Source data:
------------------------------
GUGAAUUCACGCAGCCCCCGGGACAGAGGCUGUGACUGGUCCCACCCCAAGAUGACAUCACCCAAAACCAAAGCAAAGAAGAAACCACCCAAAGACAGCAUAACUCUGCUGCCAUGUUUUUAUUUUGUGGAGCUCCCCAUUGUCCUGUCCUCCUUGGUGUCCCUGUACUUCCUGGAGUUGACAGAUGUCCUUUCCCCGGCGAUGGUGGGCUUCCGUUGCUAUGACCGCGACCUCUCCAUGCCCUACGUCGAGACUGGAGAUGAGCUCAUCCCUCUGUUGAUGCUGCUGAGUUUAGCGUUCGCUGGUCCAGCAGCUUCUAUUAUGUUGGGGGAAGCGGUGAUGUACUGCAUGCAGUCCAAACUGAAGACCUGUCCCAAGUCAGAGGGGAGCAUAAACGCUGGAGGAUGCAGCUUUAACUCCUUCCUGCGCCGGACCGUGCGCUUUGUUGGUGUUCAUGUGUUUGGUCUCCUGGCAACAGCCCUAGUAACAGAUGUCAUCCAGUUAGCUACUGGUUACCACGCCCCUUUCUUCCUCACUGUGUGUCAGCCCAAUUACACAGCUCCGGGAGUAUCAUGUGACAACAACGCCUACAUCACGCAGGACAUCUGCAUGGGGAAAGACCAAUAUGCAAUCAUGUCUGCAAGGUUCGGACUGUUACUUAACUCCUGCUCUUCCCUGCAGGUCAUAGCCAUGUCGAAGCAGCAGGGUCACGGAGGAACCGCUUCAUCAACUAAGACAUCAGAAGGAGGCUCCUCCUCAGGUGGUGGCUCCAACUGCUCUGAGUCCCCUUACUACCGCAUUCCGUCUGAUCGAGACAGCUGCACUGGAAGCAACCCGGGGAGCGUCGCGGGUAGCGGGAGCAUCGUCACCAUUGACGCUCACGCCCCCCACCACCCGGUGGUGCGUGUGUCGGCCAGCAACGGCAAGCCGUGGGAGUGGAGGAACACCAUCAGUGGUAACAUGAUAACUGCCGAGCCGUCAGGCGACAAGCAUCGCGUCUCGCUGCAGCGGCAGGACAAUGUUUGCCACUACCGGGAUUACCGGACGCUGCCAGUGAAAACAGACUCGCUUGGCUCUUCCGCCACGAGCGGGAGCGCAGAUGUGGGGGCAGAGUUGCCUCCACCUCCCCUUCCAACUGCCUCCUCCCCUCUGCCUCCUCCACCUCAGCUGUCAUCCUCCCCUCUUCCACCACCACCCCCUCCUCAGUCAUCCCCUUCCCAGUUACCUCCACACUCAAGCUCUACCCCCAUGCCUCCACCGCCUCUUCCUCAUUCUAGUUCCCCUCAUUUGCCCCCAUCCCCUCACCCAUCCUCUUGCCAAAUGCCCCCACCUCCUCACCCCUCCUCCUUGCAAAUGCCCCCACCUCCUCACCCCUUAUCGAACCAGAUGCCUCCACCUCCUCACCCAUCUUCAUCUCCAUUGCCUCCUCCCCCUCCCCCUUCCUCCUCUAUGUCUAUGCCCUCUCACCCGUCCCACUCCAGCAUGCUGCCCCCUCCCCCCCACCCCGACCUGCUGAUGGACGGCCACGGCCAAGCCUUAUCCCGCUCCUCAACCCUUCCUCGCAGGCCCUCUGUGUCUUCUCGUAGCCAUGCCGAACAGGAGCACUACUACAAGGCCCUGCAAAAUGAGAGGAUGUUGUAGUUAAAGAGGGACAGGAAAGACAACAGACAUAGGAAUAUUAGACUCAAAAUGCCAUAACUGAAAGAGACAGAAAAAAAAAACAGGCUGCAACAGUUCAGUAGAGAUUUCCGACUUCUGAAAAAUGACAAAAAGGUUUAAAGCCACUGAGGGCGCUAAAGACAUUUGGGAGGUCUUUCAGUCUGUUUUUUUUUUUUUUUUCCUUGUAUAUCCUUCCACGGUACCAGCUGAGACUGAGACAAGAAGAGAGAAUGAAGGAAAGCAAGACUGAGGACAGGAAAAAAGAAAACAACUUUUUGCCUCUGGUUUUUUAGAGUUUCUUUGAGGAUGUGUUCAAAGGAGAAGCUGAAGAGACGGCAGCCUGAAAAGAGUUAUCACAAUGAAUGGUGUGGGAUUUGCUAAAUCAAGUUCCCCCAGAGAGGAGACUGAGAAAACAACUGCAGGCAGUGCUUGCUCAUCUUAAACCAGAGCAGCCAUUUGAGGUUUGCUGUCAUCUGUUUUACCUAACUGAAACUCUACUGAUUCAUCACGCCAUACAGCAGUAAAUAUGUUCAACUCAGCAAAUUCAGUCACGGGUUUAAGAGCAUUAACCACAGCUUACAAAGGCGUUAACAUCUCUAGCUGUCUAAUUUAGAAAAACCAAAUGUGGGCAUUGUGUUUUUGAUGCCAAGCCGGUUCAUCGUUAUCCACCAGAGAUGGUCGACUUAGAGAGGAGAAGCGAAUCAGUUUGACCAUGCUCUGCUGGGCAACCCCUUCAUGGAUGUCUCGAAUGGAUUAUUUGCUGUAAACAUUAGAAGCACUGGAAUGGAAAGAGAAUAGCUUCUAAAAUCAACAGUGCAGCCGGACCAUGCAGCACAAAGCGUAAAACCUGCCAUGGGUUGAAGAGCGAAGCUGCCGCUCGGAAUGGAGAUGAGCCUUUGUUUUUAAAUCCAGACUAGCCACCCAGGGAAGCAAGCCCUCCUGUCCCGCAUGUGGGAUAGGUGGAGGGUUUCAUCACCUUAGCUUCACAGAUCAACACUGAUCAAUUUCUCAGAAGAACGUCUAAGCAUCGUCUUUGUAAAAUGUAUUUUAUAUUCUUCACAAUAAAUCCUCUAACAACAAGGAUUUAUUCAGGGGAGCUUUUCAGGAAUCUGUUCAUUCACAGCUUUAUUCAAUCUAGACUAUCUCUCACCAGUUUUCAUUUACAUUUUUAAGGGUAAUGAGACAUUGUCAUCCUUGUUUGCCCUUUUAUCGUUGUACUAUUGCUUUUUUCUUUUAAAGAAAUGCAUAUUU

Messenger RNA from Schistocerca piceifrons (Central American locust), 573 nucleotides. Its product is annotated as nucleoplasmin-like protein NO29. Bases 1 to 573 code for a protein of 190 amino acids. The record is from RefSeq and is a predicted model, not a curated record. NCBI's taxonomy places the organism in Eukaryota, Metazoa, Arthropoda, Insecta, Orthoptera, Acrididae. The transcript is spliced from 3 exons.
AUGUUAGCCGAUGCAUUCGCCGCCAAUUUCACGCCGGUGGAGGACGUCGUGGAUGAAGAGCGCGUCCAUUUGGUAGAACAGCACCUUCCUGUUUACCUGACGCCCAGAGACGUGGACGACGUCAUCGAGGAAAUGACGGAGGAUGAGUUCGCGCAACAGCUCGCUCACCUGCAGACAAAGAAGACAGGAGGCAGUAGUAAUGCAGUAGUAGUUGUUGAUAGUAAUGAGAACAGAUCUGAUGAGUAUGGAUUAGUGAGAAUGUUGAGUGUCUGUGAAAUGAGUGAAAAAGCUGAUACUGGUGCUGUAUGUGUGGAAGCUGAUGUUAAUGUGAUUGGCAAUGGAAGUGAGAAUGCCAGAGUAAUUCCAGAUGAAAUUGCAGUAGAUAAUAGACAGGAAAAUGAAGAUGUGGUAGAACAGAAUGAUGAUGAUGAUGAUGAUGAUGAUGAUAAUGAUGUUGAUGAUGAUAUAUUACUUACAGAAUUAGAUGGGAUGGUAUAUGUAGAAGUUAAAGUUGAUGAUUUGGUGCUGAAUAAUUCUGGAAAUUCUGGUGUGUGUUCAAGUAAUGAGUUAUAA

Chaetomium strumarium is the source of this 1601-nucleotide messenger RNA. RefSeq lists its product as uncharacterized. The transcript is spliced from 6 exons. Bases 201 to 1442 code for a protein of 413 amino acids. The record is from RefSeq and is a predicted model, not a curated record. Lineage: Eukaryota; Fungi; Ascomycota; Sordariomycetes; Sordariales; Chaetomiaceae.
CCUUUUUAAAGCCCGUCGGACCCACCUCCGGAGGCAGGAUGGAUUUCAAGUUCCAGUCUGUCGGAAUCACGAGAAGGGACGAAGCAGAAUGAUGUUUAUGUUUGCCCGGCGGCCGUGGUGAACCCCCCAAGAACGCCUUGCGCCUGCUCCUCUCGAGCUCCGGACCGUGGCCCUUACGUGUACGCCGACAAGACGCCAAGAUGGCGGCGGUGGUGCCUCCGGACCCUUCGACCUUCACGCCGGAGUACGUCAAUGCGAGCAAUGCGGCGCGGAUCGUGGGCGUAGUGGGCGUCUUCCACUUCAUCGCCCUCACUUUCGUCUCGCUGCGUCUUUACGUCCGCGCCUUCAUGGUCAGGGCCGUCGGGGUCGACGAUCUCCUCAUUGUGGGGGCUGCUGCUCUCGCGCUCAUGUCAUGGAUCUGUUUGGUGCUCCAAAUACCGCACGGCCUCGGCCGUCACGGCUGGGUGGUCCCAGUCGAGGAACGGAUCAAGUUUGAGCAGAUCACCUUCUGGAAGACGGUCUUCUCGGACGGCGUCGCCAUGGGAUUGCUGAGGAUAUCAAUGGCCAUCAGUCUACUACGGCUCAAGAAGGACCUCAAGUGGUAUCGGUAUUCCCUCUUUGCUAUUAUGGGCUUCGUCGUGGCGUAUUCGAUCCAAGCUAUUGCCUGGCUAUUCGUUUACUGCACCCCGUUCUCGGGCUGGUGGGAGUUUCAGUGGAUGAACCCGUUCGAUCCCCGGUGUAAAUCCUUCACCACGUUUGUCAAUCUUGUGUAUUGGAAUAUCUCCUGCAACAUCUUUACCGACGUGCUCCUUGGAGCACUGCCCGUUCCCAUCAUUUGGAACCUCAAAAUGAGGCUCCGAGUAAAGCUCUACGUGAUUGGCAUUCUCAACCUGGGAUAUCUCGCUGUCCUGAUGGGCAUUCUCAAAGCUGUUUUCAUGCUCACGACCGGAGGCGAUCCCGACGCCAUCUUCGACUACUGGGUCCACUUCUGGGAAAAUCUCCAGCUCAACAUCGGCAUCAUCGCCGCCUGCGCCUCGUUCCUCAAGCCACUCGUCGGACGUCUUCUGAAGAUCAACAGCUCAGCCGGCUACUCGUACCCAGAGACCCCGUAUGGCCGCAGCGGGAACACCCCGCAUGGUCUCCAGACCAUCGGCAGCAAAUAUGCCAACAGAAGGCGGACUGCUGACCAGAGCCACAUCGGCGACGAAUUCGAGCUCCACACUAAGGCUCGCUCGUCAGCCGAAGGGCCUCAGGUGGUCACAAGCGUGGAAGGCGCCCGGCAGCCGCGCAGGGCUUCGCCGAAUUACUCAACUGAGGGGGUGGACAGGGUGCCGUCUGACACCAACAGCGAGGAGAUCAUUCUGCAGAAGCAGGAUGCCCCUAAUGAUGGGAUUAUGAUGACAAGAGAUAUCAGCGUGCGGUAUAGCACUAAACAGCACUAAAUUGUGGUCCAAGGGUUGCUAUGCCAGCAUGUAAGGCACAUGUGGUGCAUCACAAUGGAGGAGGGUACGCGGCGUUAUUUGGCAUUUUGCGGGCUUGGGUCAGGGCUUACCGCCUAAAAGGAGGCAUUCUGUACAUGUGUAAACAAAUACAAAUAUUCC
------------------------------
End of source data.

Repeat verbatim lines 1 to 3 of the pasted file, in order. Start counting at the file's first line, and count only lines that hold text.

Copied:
GUGAAUUCACGCAGCCCCCGGGACAGAGGCUGUGACUGGUCCCACCCCAAGAUGACAUCACCCAAAACCAAAGCAAAGAAGAAACCACCCAAAGACAGCAUAACUCUGCUGCCAUGUUUUUAUUUUGUGGAGCUCCCCAUUGUCCUGUCCUCCUUGGUGUCCCUGUACUUCCUGGAGUUGACAGAUGUCCUUUCCCCGGCGAUGGUGGGCUUCCGUUGCUAUGACCGCGACCUCUCCAUGCCCUACGUCGAGACUGGAGAUGAGCUCAUCCCUCUGUUGAUGCUGCUGAGUUUAGCGUUCGCUGGUCCAGCAGCUUCUAUUAUGUUGGGGGAAGCGGUGAUGUACUGCAUGCAGUCCAAACUGAAGACCUGUCCCAAGUCAGAGGGGAGCAUAAACGCUGGAGGAUGCAGCUUUAACUCCUUCCUGCGCCGGACCGUGCGCUUUGUUGGUGUUCAUGUGUUUGGUCUCCUGGCAACAGCCCUAGUAACAGAUGUCAUCCAGUUAGCUACUGGUUACCACGCCCCUUUCUUCCUCACUGUGUGUCAGCCCAAUUACACAGCUCCGGGAGUAUCAUGUGACAACAACGCCUACAUCACGCAGGACAUCUGCAUGGGGAAAGACCAAUAUGCAAUCAUGUCUGCAAGGUUCGGACUGUUACUUAACUCCUGCUCUUCCCUGCAGGUCAUAGCCAUGUCGAAGCAGCAGGGUCACGGAGGAACCGCUUCAUCAACUAAGACAUCAGAAGGAGGCUCCUCCUCAGGUGGUGGCUCCAACUGCUCUGAGUCCCCUUACUACCGCAUUCCGUCUGAUCGAGACAGCUGCACUGGAAGCAACCCGGGGAGCGUCGCGGGUAGCGGGAGCAUCGUCACCAUUGACGCUCACGCCCCCCACCACCCGGUGGUGCGUGUGUCGGCCAGCAACGGCAAGCCGUGGGAGUGGAGGAACACCAUCAGUGGUAACAUGAUAACUGCCGAGCCGUCAGGCGACAAGCAUCGCGUCUCGCUGCAGCGGCAGGACAAUGUUUGCCACUACCGGGAUUACCGGACGCUGCCAGUGAAAACAGACUCGCUUGGCUCUUCCGCCACGAGCGGGAGCGCAGAUGUGGGGGCAGAGUUGCCUCCACCUCCCCUUCCAACUGCCUCCUCCCCUCUGCCUCCUCCACCUCAGCUGUCAUCCUCCCCUCUUCCACCACCACCCCCUCCUCAGUCAUCCCCUUCCCAGUUACCUCCACACUCAAGCUCUACCCCCAUGCCUCCACCGCCUCUUCCUCAUUCUAGUUCCCCUCAUUUGCCCCCAUCCCCUCACCCAUCCUCUUGCCAAAUGCCCCCACCUCCUCACCCCUCCUCCUUGCAAAUGCCCCCACCUCCUCACCCCUUAUCGAACCAGAUGCCUCCACCUCCUCACCCAUCUUCAUCUCCAUUGCCUCCUCCCCCUCCCCCUUCCUCCUCUAUGUCUAUGCCCUCUCACCCGUCCCACUCCAGCAUGCUGCCCCCUCCCCCCCACCCCGACCUGCUGAUGGACGGCCACGGCCAAGCCUUAUCCCGCUCCUCAACCCUUCCUCGCAGGCCCUCUGUGUCUUCUCGUAGCCAUGCCGAACAGGAGCACUACUACAAGGCCCUGCAAAAUGAGAGGAUGUUGUAGUUAAAGAGGGACAGGAAAGACAACAGACAUAGGAAUAUUAGACUCAAAAUGCCAUAACUGAAAGAGACAGAAAAAAAAAACAGGCUGCAACAGUUCAGUAGAGAUUUCCGACUUCUGAAAAAUGACAAAAAGGUUUAAAGCCACUGAGGGCGCUAAAGACAUUUGGGAGGUCUUUCAGUCUGUUUUUUUUUUUUUUUUCCUUGUAUAUCCUUCCACGGUACCAGCUGAGACUGAGACAAGAAGAGAGAAUGAAGGAAAGCAAGACUGAGGACAGGAAAAAAGAAAACAACUUUUUGCCUCUGGUUUUUUAGAGUUUCUUUGAGGAUGUGUUCAAAGGAGAAGCUGAAGAGACGGCAGCCUGAAAAGAGUUAUCACAAUGAAUGGUGUGGGAUUUGCUAAAUCAAGUUCCCCCAGAGAGGAGACUGAGAAAACAACUGCAGGCAGUGCUUGCUCAUCUUAAACCAGAGCAGCCAUUUGAGGUUUGCUGUCAUCUGUUUUACCUAACUGAAACUCUACUGAUUCAUCACGCCAUACAGCAGUAAAUAUGUUCAACUCAGCAAAUUCAGUCACGGGUUUAAGAGCAUUAACCACAGCUUACAAAGGCGUUAACAUCUCUAGCUGUCUAAUUUAGAAAAACCAAAUGUGGGCAUUGUGUUUUUGAUGCCAAGCCGGUUCAUCGUUAUCCACCAGAGAUGGUCGACUUAGAGAGGAGAAGCGAAUCAGUUUGACCAUGCUCUGCUGGGCAACCCCUUCAUGGAUGUCUCGAAUGGAUUAUUUGCUGUAAACAUUAGAAGCACUGGAAUGGAAAGAGAAUAGCUUCUAAAAUCAACAGUGCAGCCGGACCAUGCAGCACAAAGCGUAAAACCUGCCAUGGGUUGAAGAGCGAAGCUGCCGCUCGGAAUGGAGAUGAGCCUUUGUUUUUAAAUCCAGACUAGCCACCCAGGGAAGCAAGCCCUCCUGUCCCGCAUGUGGGAUAGGUGGAGGGUUUCAUCACCUUAGCUUCACAGAUCAACACUGAUCAAUUUCUCAGAAGAACGUCUAAGCAUCGUCUUUGUAAAAUGUAUUUUAUAUUCUUCACAAUAAAUCCUCUAACAACAAGGAUUUAUUCAGGGGAGCUUUUCAGGAAUCUGUUCAUUCACAGCUUUAUUCAAUCUAGACUAUCUCUCACCAGUUUUCAUUUACAUUUUUAAGGGUAAUGAGACAUUGUCAUCCUUGUUUGCCCUUUUAUCGUUGUACUAUUGCUUUUUUCUUUUAAAGAAAUGCAUAUUU

Messenger RNA from Schistocerca piceifrons (Central American locust), 573 nucleotides. Its product is annotated as nucleoplasmin-like protein NO29. Bases 1 to 573 code for a protein of 190 amino acids. The record is from RefSeq and is a predicted model, not a curated record. NCBI's taxonomy places the organism in Eukaryota, Metazoa, Arthropoda, Insecta, Orthoptera, Acrididae. The transcript is spliced from 3 exons.
AUGUUAGCCGAUGCAUUCGCCGCCAAUUUCACGCCGGUGGAGGACGUCGUGGAUGAAGAGCGCGUCCAUUUGGUAGAACAGCACCUUCCUGUUUACCUGACGCCCAGAGACGUGGACGACGUCAUCGAGGAAAUGACGGAGGAUGAGUUCGCGCAACAGCUCGCUCACCUGCAGACAAAGAAGACAGGAGGCAGUAGUAAUGCAGUAGUAGUUGUUGAUAGUAAUGAGAACAGAUCUGAUGAGUAUGGAUUAGUGAGAAUGUUGAGUGUCUGUGAAAUGAGUGAAAAAGCUGAUACUGGUGCUGUAUGUGUGGAAGCUGAUGUUAAUGUGAUUGGCAAUGGAAGUGAGAAUGCCAGAGUAAUUCCAGAUGAAAUUGCAGUAGAUAAUAGACAGGAAAAUGAAGAUGUGGUAGAACAGAAUGAUGAUGAUGAUGAUGAUGAUGAUGAUAAUGAUGUUGAUGAUGAUAUAUUACUUACAGAAUUAGAUGGGAUGGUAUAUGUAGAAGUUAAAGUUGAUGAUUUGGUGCUGAAUAAUUCUGGAAAUUCUGGUGUGUGUUCAAGUAAUGAGUUAUAA